I am in a middle management position and I work for a bakery which is owned by a multinational corporation. We sell cookies, muffins, coffee, smoothies etc.
Not long after Christmas, I felt unwell and called in sick to work. I had vomited that morning because of a stomach bug. I was told by my manager that because there was nobody available to cover my shift, I still had to come into work.
Reluctantly, I took some pain killers and made the hour-long journey to work. I felt rough most of the day and tried to focus on administrative tasks and paperwork rather than serve customers. It's not nice for a customer to be served by someone who looks like death warmed up.
3 hours into my shift, I start to feel sick again so I go to the toilet and end up vomiting again. Once I'd finished I phoned my manager and said I was leaving because I had just vomited again. I was warned that if I did that, I would possibly leave myself open to a disciplinary for leaving the shop "insecure" because I was the only key holder on shift and nobody else was allowed to close the shop unless a key holder was present.
I was advised to "take it easy" for the rest of the shift. 5 hours later and I could finally leave after what was quite possibly the worst shift in my 9 years working in retail. I took the next five days off work to recover and put the whole incident behind me.
Flash forward 3 weeks and I receive a letter addressed to me delivered to my work. This is unusual. This had never happened before. So I open the letter and inside is a short, generic letter inviting me for an "Investigation Meeting" on the other side of the city with a manager of another store I had never heard of.
My immediate reaction in my head was "Oh it's probably about that customer who tried to assault another member of staff a few weeks ago". I was on shift and a drunken customer accused a member of staff of short changing him so he took a swing and tried to hit him. Because of the nature of the incident we had to report it even though he wasn't hurt.
So I pop along to this investigation meeting and i'm met by the manager mentioned in the letter and a younger guy in his early 20s who is there to take notes. The meeting is conducted in a kitchen with no seats which seems a little unusual for a formal meeting but none the less I am not too bothered.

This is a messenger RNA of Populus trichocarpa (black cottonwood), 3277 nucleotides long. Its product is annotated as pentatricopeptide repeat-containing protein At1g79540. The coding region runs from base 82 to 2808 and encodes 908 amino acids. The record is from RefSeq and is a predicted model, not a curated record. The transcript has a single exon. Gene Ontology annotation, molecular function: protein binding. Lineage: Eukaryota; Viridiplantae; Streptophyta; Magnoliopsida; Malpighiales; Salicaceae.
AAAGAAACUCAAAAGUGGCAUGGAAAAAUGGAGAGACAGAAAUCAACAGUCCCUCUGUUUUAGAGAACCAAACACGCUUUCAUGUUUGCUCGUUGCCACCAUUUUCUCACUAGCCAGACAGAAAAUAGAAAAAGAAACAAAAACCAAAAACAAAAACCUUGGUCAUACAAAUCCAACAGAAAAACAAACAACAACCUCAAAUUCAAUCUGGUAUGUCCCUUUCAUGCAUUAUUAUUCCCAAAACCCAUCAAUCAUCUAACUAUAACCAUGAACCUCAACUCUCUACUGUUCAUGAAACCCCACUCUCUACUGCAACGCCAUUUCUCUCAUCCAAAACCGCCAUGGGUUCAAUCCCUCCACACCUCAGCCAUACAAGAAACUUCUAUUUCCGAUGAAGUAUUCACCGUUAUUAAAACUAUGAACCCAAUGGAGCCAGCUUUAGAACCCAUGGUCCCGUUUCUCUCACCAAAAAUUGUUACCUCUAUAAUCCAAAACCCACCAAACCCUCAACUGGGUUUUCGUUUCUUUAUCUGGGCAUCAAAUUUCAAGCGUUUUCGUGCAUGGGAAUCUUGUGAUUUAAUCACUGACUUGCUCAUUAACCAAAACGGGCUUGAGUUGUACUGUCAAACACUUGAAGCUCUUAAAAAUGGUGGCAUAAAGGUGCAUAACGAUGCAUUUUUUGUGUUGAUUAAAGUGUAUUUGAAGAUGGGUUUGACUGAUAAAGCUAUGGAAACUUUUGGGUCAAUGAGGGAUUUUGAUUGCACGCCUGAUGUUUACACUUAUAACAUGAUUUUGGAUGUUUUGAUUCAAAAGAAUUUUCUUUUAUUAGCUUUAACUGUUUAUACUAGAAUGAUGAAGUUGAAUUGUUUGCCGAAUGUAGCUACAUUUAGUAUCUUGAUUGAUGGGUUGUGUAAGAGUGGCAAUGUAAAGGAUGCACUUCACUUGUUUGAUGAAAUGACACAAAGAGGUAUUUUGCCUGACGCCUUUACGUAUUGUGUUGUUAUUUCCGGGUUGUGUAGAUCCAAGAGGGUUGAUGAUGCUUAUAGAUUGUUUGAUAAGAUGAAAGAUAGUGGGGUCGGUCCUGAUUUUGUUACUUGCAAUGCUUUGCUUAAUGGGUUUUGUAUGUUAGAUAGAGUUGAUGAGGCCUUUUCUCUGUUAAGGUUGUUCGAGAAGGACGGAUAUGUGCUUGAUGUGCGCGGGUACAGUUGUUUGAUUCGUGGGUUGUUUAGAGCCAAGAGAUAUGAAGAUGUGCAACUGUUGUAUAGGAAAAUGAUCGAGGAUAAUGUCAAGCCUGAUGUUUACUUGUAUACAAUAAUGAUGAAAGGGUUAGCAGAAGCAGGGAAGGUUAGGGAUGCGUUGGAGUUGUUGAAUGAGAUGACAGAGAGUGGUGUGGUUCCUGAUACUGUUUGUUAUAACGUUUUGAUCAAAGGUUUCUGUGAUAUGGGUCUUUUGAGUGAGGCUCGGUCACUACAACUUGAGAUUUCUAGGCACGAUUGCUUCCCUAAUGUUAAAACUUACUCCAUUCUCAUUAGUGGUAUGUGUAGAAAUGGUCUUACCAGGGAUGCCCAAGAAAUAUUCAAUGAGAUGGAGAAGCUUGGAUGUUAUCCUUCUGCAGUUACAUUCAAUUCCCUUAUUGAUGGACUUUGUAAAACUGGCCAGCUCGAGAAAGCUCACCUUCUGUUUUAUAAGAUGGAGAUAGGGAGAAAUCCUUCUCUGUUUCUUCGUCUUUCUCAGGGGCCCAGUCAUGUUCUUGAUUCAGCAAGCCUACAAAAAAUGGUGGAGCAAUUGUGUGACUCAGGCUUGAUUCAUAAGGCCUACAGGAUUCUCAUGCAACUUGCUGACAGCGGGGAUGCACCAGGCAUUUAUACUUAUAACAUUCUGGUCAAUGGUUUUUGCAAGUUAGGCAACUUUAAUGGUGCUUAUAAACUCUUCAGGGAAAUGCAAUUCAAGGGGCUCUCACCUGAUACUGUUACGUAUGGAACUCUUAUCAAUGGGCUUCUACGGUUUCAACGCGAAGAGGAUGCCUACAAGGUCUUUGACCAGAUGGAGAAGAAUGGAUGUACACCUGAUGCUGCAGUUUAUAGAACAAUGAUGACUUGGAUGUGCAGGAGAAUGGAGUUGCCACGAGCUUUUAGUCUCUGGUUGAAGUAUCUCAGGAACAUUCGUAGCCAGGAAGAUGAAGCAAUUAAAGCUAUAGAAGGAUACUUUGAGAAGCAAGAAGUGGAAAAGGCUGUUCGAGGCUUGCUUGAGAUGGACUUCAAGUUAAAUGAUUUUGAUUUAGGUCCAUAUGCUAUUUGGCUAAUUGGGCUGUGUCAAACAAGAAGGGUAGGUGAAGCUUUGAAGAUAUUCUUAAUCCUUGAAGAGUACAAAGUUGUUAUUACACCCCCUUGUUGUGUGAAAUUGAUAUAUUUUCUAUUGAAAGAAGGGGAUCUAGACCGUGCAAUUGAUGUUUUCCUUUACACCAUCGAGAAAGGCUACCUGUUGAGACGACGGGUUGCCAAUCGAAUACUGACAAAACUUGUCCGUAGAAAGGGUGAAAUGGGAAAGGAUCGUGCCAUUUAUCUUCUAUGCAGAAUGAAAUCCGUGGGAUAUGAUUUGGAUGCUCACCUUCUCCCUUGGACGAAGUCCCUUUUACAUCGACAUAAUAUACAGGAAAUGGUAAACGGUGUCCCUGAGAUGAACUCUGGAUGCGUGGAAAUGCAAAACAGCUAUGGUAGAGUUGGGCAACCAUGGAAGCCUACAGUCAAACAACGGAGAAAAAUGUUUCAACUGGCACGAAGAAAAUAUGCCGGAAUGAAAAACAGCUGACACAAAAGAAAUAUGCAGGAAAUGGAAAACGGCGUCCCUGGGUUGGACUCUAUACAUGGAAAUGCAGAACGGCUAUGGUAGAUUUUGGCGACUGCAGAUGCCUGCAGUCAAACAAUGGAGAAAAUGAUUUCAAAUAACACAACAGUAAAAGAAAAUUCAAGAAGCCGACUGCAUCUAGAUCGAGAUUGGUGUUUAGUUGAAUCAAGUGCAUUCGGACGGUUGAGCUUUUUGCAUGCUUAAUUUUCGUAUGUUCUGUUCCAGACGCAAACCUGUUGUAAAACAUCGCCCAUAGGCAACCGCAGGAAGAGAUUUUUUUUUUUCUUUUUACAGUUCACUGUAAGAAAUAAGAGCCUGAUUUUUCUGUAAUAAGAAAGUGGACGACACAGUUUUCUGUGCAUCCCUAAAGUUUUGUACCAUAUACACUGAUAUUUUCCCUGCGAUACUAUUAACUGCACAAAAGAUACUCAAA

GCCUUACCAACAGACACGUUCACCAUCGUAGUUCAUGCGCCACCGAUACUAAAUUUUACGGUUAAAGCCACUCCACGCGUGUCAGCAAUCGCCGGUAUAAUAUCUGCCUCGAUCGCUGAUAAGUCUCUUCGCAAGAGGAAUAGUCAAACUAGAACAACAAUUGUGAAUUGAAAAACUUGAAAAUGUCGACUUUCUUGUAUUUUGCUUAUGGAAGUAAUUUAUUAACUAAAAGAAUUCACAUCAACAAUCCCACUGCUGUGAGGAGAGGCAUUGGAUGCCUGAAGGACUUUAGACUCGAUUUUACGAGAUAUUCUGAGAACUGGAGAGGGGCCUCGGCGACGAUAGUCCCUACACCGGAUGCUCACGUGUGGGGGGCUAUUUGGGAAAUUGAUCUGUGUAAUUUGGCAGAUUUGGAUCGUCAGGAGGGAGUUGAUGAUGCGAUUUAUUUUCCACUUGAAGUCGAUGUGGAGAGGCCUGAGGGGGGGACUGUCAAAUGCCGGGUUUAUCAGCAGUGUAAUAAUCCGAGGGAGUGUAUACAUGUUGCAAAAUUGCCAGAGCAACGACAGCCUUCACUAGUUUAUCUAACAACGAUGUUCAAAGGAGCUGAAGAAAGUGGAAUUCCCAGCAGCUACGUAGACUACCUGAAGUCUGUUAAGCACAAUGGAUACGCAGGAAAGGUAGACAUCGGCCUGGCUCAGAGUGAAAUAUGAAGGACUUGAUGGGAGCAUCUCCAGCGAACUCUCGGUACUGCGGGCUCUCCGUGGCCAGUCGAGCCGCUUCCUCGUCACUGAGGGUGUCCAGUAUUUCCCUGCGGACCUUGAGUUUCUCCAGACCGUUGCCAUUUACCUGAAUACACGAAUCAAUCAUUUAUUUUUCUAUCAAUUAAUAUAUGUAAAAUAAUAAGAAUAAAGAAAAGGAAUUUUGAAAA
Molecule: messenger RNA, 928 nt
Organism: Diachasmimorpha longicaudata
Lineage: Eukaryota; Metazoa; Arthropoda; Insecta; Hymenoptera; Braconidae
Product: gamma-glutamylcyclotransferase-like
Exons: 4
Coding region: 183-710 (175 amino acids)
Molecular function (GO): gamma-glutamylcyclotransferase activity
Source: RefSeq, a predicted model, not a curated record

He introduces himself to me and myself to him. He begins by asking where I usually take my lunch breaks. This is not really what I expected but let's carry on. I explain I usually take my lunch break in the food court. The guy taking notes writes down all the questions and my answers word for word.
"Anywhere else?" Is the next question. "Well I occasionally go to the park in the summer and have my lunch there". Not a prohibited practice in any case as our lunch breaks are unpaid.
"Would you ever take your lunch in the shop?". This is against company policy because of food safety etc. "No I don't. I like to get out of there for a while" I quip, to try and lighten the atmosphere.
"Ok. Would you ever use your mobile phone in the shop?" He asks. "Yes, I use it occasionally to contact the manager when he is not in the shop or to contact the delivery driver because the land line phone in the shop has stopped working".
This is an honest answer and a reasonable one. I should refuse to use my own phone for work use but im a nice guy. "Have you ever used your phone for texting people while you were at work?" I'm asked. "Well I text the manager a few times with sales figures but not very often".
His tone of voice becomes increasingly aggressive with no known cause at this point.
"What do you have to say about this?" He presents me with an A4 size glossy photo of myself sitting on a chair in the back of the shop with my phone in my hand. The photo seems to have been taken on a long lens camera from a considerable distance from the outside of the shop. The date and time stamp on the photo correspond to the day I was sick a few weeks earlier.